This was for the context. Now, about the record – note I wasn’t familiar with the original Quartz LP before and my comments are based on the Sub Rosa LP version, not the 2xCD set. The Lost Shadows vinyl alternates between short recordings of healing ceremonies led by one shaman, rain songs, vocal duets, collective chanting and night insects. As a consequence, the disc is varied and never boring, thanks also to Dave Hunt and Lawrence English‘s superb mastering insuring that, despite Toop’s modest technical equipment at the time – a Sony TC 158 SD cassette recorder–, the recordings are lively and close to the action. The listener is immediately involved as a witness. Some of the songs are cued together without pause, thus enhancing the immersive experience offered by this LP.

THE VOICE OF THE SHAMAN

Performing under the influence of the ebena drug, the Yanomami shaman conducts a propitiatory ceremony during which birds, animals and spirits of the forest speak through his voice, hence the various animal imitations in the recordings, especially from the shaman called Torokoiwa. In isolated dwellings without a doctor, the shaman uses the healing power of trance to cure fellow villagers from diseases, yet his role also extends to rain making songs, of which a couple of examples are included on the LP.

Toop principally recorded 2 shamans: Piaruainai in Cuntinamo (19 Nov.) and Torokoiwa in Mavaca (24 Nov.) – the latter was recommended by Jacques Lizot. Apart from that, he also recorded a bamboo/clarinet duo in Cuntinamo (17 Nov.), a collective, all-male shamanising session in Ocamo (24 Nov.), young men and women choirs in Wabutawi-Teri (25 Nov.). Regrettably, Toop didn’t record a ceremony of endocannibalism he attended, also in Wabutawi-Teri (26 Nov.), during which ashes of a deceased were eaten by relatives, a specific Yanomami tradition.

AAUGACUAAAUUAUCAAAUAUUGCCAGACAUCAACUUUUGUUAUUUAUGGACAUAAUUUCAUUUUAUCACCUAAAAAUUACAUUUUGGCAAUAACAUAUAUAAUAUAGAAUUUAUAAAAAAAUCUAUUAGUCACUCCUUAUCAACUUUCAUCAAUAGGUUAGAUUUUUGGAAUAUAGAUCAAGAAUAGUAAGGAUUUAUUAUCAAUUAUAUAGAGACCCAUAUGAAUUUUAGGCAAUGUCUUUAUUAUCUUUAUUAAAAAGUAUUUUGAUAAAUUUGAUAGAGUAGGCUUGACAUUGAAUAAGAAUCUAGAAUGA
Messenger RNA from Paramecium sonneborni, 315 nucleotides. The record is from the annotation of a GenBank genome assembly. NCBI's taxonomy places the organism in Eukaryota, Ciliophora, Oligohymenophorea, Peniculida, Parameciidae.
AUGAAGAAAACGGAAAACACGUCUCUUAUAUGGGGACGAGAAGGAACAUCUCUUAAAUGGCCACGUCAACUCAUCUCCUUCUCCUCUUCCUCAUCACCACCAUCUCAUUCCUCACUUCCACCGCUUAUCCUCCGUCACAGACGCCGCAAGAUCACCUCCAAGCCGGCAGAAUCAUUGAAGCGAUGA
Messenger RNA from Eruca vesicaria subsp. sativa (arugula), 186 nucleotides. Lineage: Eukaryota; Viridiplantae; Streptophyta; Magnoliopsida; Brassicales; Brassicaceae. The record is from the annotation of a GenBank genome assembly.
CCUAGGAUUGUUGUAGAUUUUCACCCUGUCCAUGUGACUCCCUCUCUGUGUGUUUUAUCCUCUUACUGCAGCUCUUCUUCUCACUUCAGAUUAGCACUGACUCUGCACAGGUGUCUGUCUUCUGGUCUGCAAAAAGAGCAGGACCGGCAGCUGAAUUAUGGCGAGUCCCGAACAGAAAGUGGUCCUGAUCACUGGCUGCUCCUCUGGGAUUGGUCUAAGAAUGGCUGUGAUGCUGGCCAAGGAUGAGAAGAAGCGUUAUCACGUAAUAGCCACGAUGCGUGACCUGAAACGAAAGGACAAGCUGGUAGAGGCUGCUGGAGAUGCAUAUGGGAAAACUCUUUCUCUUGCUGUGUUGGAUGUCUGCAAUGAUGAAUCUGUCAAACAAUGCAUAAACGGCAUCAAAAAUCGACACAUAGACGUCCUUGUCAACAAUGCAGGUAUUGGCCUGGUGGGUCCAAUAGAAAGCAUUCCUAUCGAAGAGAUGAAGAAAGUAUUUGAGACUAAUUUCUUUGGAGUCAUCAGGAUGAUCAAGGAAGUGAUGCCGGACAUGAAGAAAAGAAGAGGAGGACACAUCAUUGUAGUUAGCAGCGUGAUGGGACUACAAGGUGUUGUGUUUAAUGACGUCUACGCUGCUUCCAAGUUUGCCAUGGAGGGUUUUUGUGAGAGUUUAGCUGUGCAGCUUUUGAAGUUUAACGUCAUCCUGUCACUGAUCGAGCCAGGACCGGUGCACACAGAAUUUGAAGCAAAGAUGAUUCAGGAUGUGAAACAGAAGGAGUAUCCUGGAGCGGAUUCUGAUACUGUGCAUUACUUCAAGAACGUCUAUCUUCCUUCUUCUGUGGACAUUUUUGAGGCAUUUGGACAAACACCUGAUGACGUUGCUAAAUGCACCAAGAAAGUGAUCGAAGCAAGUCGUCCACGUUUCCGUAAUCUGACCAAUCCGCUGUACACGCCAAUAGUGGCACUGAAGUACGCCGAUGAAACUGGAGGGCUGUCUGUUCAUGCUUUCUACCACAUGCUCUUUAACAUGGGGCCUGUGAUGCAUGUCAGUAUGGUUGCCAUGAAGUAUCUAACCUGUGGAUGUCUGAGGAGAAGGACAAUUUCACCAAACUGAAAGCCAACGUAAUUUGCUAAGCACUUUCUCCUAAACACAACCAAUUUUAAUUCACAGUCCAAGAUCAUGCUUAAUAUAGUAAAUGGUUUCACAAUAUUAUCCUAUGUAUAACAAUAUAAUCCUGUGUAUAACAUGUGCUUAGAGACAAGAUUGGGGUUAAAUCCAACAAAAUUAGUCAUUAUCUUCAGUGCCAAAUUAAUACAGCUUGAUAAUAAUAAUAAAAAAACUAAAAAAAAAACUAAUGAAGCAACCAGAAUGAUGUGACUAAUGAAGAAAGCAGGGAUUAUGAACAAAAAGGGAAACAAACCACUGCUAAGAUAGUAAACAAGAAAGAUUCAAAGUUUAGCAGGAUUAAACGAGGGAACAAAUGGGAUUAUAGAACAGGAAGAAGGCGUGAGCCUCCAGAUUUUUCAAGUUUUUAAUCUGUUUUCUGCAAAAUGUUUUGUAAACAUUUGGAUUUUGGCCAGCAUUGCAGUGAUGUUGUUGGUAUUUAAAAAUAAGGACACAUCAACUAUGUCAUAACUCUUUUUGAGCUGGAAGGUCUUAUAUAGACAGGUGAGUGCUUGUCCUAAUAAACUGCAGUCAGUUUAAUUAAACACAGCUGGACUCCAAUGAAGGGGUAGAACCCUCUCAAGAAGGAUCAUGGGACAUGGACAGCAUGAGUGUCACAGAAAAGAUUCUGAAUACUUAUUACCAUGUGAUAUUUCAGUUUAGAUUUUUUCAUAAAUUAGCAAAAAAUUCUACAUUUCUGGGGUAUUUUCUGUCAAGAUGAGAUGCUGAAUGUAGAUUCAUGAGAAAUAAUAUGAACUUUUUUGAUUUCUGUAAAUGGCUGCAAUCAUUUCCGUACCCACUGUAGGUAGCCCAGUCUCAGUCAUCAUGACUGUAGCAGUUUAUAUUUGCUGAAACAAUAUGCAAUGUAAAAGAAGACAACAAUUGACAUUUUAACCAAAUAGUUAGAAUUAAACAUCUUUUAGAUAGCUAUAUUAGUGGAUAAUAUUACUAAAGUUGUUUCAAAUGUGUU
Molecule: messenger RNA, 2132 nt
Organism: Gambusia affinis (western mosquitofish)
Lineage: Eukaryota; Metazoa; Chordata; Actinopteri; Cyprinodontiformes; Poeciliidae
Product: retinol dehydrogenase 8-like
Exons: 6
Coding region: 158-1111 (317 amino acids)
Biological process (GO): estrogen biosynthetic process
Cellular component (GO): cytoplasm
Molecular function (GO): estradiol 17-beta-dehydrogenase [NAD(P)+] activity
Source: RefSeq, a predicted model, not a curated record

As a solo performer, Torokoiwa steals the show here, what with his authoritative way of channeling animal spirit (hekura). His technique includes possessed singing, vocal interjections, repetition of phonemes, monotone chanting, with occasional spitting and vomiting as an integral part of spirit channeling. Torokoiwa’s style is closer to the sound poetry of Antonin Artaud or Henri Chopin than the niceties of the Yekuana instrumental music on the aforementioned 1975 Folkways LP – the Yekuana are Yanomami neighbors. The rain songs are purposeful but less inspired, less possessed than the healing ceremonies. The vocal duet titled Wayamou (25 Nov.) is playful and alert, the 2 men alternating call and response interjections, sometimes overlapping with their partner in a hurry. The youth chorales are lovely and uncanny, especially the young women choir closing the record. The night insects provide a calm, almost soothing counterpoint. Most selections feature Neotropical rainforest birds in the background.

35 years later, the tracks collected on Lost Shadows are still unique and gripping aural documents from a tiny population of forest dwellings fiercely maintaining their traditions despite their repeated and often harmful contacts with the white men, be they Jesuit missionaries, anthropologists, highway workers, gold diggers or tourists. An aural artifact resulting from a reckless expedition in the Amazonian jungle in the late 1970s, these recordings are as essential in this 2015 incarnation as they were in their original release form back in 1980.

http://continuo-docs.tumblr.com/post/12 ... f-the-soul
I'm very curious how much of the highlighted things mentioned in these reviews we will find back on her new album.

:naughty:
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Re: Björk in DAZED: Paradise Found

Postby Raw_Kiss » Thu, Aug, 03, 2017 6:38 am

I'm so excited for this album! B's albums always seem to find me at the right times in my life. every one of her albums marks certain points in my life that oddly parallel each other. vulnicura came about as my last relationship struggled and eventually ended. this last year has been a rough ride, but i'm ready for paradise. my heart is ready(i think). <3
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Re: Björk in DAZED: Paradise Found

Postby Magnetar » Thu, Aug, 03, 2017 6:46 am

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Re: Björk in DAZED: Paradise Found

Postby LegeCre » Thu, Aug, 03, 2017 7:32 am

some keywords from the article:
feels lighter than air
flutes and woodwind instruments
sound of birdsong and the natural world
buoyant sound
overall feeling of weightlessness, an unwavering up-ness
Björk goes full into new age